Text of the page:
As noted above, SPK set up a data gateway from their preexisting ERP system and imported the data into Microsoft Power BI. We then analyzed their data and generated dashboards that allowed them to view their business metrics straight from their raw data—which is what they’d wanted all along. The undocumented filters (and, incidentally, their internal IT person who had installed them on Power BI) were history.
Finally, the company had the KPIs it craved, including:
- Employee billable utilization percentage
- Contractor billable utilization percentage
- Utilization percentage compared to target
- Non billable time allocation
- PO budget forecasting totals—indicating when PO budgets will be exhausted compared to resource forecasting
And of course, since this is a real-world story, it’s not quite as simple as that. Because shortly after we did all this work for the client, they migrated to an entirely new ERP system—Oracle NetSuite—and we helped to seamlessly migrate all of the Power BI dashboards to it. To accomplish all of the above, SPK provided a team including a Senior Engineer, the Director of Finance, a Senior Application Integration Engineer, an Applications Services Engineer, and a Mechanical CAD Engineer. The Senior Engineer served as project manager; the Director of Finance was the business consultant and Power BI designer; the other engineers provided the technical assistance with the migration and gateway.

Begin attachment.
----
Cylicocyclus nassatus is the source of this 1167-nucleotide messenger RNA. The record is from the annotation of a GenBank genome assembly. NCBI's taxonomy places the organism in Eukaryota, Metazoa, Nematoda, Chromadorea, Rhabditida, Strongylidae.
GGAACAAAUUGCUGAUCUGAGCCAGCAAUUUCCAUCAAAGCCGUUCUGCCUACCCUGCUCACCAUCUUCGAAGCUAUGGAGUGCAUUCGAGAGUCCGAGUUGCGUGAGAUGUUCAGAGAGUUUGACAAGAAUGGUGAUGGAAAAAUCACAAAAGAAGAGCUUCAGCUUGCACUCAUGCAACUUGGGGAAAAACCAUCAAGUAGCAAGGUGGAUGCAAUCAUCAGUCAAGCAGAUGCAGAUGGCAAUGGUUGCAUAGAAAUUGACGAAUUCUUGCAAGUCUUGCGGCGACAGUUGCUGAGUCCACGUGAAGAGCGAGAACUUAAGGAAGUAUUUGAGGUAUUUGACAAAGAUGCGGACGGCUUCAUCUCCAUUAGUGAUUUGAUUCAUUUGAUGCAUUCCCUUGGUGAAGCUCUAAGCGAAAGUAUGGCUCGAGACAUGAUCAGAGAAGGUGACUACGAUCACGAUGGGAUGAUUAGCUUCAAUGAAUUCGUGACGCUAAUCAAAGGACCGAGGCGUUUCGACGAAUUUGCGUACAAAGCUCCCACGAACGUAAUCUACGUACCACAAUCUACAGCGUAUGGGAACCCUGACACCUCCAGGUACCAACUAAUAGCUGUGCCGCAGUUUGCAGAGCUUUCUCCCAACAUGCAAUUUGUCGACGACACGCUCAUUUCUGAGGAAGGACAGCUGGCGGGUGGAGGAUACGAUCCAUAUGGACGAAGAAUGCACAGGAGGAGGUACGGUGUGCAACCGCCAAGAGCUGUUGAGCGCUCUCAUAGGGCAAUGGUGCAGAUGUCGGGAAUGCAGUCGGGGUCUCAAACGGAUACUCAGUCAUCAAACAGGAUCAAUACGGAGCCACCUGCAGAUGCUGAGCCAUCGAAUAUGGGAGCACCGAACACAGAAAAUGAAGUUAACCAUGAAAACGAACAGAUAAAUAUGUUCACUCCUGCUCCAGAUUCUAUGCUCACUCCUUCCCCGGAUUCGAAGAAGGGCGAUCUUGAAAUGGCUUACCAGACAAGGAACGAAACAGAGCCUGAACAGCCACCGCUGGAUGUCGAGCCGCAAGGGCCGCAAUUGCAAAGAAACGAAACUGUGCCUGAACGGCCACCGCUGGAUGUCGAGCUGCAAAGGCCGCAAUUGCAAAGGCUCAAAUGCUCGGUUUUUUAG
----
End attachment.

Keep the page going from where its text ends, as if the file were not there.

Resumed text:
On the client side, our sponsor at the company was the CFO. We also worked with one of their Senior Business Analysts, the Director of Systems and Technology, and a Senior Revenue Accountant.
The initial analysis of the data and the project design took two months. The implementation took about twice that long.
Once the data engineering was complete, the data was clean and immediately available in easy-to-navigate dashboards, the CFO was able to, finally, grasp some painful—yet empowering—information. For example:
- They had been manually calculating billable hours divided by a flat 173 hours per month. But the new logic developed by SPK factored in real-world details such as the actual number of work-days each month, along with holidays and changes in employment, such as mid-month hire/fire dates or approved leaves. We also provided them with the same information for contractors, which had previously been unavailable.
Previously, the company had been unable to recognize which employees were being under-utilized and whether they needed to be assigned to additional projects. With the new dashboards in place, the company saw that:
- About 20 percent of employees were working—and getting paid—for previously-unrecognized “beach time.”
- Around eight percent should be considered for termination due to underperformance.
Those were lagging indicators. On the leading-indicators side, they could (finally) see that, with their current resource forecasting, they would exceed their PO budget—with about 22 percent of projects on track to be over-delivered.
Needless to say, armed with this information, the CFO was able to take immediate action.
This was a complete game changer for us. We were making decisions based on bad data, when we were even able to get the data. SPK discovered the problems, cleaned up the data, and then put together effective and beautiful visualizations. We can finally make decisions based on something real!